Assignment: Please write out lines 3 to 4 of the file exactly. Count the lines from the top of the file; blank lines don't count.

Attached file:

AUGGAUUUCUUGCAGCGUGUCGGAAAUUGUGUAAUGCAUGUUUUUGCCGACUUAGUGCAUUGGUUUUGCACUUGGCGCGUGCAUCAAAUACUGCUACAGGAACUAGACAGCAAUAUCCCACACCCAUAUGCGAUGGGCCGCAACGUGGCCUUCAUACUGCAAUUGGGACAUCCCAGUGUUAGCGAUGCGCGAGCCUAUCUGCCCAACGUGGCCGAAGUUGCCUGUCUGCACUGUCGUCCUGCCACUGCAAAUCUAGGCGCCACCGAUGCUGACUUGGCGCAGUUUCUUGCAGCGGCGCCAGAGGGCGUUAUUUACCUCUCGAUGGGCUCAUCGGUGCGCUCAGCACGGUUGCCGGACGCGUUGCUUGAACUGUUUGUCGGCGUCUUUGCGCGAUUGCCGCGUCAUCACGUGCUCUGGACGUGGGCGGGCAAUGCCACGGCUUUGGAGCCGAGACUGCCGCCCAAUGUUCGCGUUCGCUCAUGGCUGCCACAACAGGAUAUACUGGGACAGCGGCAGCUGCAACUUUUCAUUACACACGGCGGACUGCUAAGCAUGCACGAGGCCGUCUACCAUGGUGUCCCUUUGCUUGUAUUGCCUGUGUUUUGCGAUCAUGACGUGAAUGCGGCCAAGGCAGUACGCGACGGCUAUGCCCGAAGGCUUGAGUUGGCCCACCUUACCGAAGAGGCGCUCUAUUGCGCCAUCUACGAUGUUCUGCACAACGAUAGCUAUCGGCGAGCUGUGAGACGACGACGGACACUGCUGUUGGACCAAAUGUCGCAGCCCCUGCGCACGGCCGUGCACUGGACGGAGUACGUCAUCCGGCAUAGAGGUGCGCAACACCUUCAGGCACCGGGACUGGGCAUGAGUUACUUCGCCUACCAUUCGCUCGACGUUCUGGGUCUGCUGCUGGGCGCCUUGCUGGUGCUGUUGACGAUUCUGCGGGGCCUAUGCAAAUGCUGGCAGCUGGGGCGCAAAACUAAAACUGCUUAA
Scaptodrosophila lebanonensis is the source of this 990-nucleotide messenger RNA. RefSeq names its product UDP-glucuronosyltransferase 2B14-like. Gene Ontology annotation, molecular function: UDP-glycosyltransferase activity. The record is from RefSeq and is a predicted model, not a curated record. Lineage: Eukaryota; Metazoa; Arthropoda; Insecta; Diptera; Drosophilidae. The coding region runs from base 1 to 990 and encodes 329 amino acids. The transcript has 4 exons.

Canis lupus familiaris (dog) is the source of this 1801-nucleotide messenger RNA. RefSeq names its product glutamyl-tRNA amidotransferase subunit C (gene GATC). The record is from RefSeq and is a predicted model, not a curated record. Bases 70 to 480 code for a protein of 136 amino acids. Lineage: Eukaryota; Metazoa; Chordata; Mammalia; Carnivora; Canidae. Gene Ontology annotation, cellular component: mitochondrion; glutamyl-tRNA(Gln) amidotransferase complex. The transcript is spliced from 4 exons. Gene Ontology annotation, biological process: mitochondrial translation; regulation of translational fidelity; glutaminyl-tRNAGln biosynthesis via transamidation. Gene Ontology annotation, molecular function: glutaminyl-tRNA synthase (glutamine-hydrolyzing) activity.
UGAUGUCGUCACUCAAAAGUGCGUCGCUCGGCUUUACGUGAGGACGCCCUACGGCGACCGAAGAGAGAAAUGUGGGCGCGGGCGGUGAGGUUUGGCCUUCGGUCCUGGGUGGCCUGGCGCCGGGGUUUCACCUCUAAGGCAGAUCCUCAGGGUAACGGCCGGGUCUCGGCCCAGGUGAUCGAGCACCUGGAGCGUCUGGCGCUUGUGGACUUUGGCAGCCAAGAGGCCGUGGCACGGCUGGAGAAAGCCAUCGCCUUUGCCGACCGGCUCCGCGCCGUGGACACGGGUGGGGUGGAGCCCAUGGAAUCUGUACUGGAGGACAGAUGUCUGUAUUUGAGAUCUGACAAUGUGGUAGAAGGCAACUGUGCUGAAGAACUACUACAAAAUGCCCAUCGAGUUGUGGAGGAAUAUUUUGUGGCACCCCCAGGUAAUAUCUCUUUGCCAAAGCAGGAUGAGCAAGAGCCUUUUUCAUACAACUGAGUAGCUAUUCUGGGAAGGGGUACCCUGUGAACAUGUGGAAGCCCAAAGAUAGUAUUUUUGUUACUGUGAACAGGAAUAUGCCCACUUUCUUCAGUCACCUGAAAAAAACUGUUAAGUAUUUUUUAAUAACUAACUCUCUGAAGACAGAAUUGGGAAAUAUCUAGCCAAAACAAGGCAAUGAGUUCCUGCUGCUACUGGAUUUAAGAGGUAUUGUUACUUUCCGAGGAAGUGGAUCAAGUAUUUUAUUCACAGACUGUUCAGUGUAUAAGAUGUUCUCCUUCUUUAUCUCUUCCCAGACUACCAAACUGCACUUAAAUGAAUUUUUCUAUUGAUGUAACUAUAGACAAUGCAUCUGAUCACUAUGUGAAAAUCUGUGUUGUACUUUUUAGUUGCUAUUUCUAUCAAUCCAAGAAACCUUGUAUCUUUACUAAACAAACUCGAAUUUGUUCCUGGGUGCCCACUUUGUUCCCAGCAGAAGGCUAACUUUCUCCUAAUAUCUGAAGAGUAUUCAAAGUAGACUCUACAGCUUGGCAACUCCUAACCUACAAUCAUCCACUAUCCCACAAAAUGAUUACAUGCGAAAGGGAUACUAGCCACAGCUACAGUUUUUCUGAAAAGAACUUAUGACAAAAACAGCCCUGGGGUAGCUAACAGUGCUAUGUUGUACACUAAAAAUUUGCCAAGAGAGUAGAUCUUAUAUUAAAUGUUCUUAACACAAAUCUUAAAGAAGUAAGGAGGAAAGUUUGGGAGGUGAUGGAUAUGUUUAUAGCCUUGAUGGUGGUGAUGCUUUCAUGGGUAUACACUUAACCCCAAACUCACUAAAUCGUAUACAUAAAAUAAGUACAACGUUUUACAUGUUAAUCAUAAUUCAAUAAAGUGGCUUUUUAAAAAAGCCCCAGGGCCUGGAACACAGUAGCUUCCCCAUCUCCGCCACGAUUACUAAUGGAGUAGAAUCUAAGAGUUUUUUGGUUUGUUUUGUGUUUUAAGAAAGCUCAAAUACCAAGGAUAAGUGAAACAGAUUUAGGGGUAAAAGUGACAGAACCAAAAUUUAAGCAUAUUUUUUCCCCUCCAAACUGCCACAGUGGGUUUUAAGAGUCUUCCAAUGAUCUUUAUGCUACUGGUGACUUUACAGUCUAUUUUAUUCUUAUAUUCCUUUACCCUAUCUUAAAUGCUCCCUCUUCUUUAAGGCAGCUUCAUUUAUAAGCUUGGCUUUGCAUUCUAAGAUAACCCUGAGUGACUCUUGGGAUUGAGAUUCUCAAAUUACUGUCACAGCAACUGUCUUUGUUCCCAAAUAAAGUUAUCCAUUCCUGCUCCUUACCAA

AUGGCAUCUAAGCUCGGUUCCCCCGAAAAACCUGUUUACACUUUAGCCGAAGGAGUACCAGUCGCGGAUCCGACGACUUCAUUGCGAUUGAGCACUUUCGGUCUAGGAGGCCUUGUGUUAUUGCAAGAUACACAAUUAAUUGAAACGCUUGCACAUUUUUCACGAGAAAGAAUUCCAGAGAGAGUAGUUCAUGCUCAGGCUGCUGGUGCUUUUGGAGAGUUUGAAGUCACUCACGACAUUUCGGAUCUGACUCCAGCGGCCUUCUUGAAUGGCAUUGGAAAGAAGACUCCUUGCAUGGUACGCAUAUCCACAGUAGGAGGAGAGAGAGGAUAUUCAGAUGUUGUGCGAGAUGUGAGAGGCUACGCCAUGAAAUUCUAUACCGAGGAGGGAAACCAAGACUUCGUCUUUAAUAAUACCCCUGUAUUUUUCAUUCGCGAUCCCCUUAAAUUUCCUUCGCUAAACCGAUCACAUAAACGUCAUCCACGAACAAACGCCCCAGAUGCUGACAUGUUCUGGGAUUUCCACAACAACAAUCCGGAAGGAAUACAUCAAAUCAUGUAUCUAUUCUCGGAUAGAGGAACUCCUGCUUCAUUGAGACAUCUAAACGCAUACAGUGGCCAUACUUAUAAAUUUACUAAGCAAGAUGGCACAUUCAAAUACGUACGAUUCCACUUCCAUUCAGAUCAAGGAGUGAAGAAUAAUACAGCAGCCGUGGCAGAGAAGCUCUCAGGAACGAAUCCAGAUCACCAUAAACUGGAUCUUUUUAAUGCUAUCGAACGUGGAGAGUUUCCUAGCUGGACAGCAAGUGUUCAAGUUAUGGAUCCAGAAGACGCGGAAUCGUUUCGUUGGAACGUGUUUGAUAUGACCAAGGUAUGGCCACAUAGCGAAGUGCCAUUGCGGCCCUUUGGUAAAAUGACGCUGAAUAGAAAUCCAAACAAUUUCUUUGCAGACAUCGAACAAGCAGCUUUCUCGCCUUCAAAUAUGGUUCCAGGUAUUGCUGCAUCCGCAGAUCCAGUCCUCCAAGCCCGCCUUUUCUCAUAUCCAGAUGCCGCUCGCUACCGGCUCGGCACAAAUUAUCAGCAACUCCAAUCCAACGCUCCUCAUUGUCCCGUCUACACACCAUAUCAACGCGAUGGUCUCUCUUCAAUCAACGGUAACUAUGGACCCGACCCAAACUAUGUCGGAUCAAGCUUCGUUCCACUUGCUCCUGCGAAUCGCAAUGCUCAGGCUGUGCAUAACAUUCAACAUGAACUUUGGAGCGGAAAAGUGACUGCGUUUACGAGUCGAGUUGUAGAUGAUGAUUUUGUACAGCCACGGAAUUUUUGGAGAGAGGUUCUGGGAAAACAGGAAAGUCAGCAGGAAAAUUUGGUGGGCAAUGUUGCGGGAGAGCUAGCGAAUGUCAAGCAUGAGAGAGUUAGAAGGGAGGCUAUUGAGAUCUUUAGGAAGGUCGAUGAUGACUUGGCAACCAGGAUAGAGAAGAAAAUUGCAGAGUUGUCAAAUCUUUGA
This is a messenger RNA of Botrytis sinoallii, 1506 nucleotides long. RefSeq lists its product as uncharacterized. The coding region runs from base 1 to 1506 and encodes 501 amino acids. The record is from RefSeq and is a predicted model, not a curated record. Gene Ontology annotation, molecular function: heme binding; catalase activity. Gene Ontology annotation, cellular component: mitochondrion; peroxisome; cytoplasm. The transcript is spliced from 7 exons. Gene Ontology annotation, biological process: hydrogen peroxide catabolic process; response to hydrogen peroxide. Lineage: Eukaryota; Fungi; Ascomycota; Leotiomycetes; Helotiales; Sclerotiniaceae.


Canis lupus familiaris (dog) is the source of this 1801-nucleotide messenger RNA. RefSeq names its product glutamyl-tRNA amidotransferase subunit C (gene GATC). The record is from RefSeq and is a predicted model, not a curated record. Bases 70 to 480 code for a protein of 136 amino acids. Lineage: Eukaryota; Metazoa; Chordata; Mammalia; Carnivora; Canidae. Gene Ontology annotation, cellular component: mitochondrion; glutamyl-tRNA(Gln) amidotransferase complex. The transcript is spliced from 4 exons. Gene Ontology annotation, biological process: mitochondrial translation; regulation of translational fidelity; glutaminyl-tRNAGln biosynthesis via transamidation. Gene Ontology annotation, molecular function: glutaminyl-tRNA synthase (glutamine-hydrolyzing) activity.
UGAUGUCGUCACUCAAAAGUGCGUCGCUCGGCUUUACGUGAGGACGCCCUACGGCGACCGAAGAGAGAAAUGUGGGCGCGGGCGGUGAGGUUUGGCCUUCGGUCCUGGGUGGCCUGGCGCCGGGGUUUCACCUCUAAGGCAGAUCCUCAGGGUAACGGCCGGGUCUCGGCCCAGGUGAUCGAGCACCUGGAGCGUCUGGCGCUUGUGGACUUUGGCAGCCAAGAGGCCGUGGCACGGCUGGAGAAAGCCAUCGCCUUUGCCGACCGGCUCCGCGCCGUGGACACGGGUGGGGUGGAGCCCAUGGAAUCUGUACUGGAGGACAGAUGUCUGUAUUUGAGAUCUGACAAUGUGGUAGAAGGCAACUGUGCUGAAGAACUACUACAAAAUGCCCAUCGAGUUGUGGAGGAAUAUUUUGUGGCACCCCCAGGUAAUAUCUCUUUGCCAAAGCAGGAUGAGCAAGAGCCUUUUUCAUACAACUGAGUAGCUAUUCUGGGAAGGGGUACCCUGUGAACAUGUGGAAGCCCAAAGAUAGUAUUUUUGUUACUGUGAACAGGAAUAUGCCCACUUUCUUCAGUCACCUGAAAAAAACUGUUAAGUAUUUUUUAAUAACUAACUCUCUGAAGACAGAAUUGGGAAAUAUCUAGCCAAAACAAGGCAAUGAGUUCCUGCUGCUACUGGAUUUAAGAGGUAUUGUUACUUUCCGAGGAAGUGGAUCAAGUAUUUUAUUCACAGACUGUUCAGUGUAUAAGAUGUUCUCCUUCUUUAUCUCUUCCCAGACUACCAAACUGCACUUAAAUGAAUUUUUCUAUUGAUGUAACUAUAGACAAUGCAUCUGAUCACUAUGUGAAAAUCUGUGUUGUACUUUUUAGUUGCUAUUUCUAUCAAUCCAAGAAACCUUGUAUCUUUACUAAACAAACUCGAAUUUGUUCCUGGGUGCCCACUUUGUUCCCAGCAGAAGGCUAACUUUCUCCUAAUAUCUGAAGAGUAUUCAAAGUAGACUCUACAGCUUGGCAACUCCUAACCUACAAUCAUCCACUAUCCCACAAAAUGAUUACAUGCGAAAGGGAUACUAGCCACAGCUACAGUUUUUCUGAAAAGAACUUAUGACAAAAACAGCCCUGGGGUAGCUAACAGUGCUAUGUUGUACACUAAAAAUUUGCCAAGAGAGUAGAUCUUAUAUUAAAUGUUCUUAACACAAAUCUUAAAGAAGUAAGGAGGAAAGUUUGGGAGGUGAUGGAUAUGUUUAUAGCCUUGAUGGUGGUGAUGCUUUCAUGGGUAUACACUUAACCCCAAACUCACUAAAUCGUAUACAUAAAAUAAGUACAACGUUUUACAUGUUAAUCAUAAUUCAAUAAAGUGGCUUUUUAAAAAAGCCCCAGGGCCUGGAACACAGUAGCUUCCCCAUCUCCGCCACGAUUACUAAUGGAGUAGAAUCUAAGAGUUUUUUGGUUUGUUUUGUGUUUUAAGAAAGCUCAAAUACCAAGGAUAAGUGAAACAGAUUUAGGGGUAAAAGUGACAGAACCAAAAUUUAAGCAUAUUUUUUCCCCUCCAAACUGCCACAGUGGGUUUUAAGAGUCUUCCAAUGAUCUUUAUGCUACUGGUGACUUUACAGUCUAUUUUAUUCUUAUAUUCCUUUACCCUAUCUUAAAUGCUCCCUCUUCUUUAAGGCAGCUUCAUUUAUAAGCUUGGCUUUGCAUUCUAAGAUAACCCUGAGUGACUCUUGGGAUUGAGAUUCUCAAAUUACUGUCACAGCAACUGUCUUUGUUCCCAAAUAAAGUUAUCCAUUCCUGCUCCUUACCAA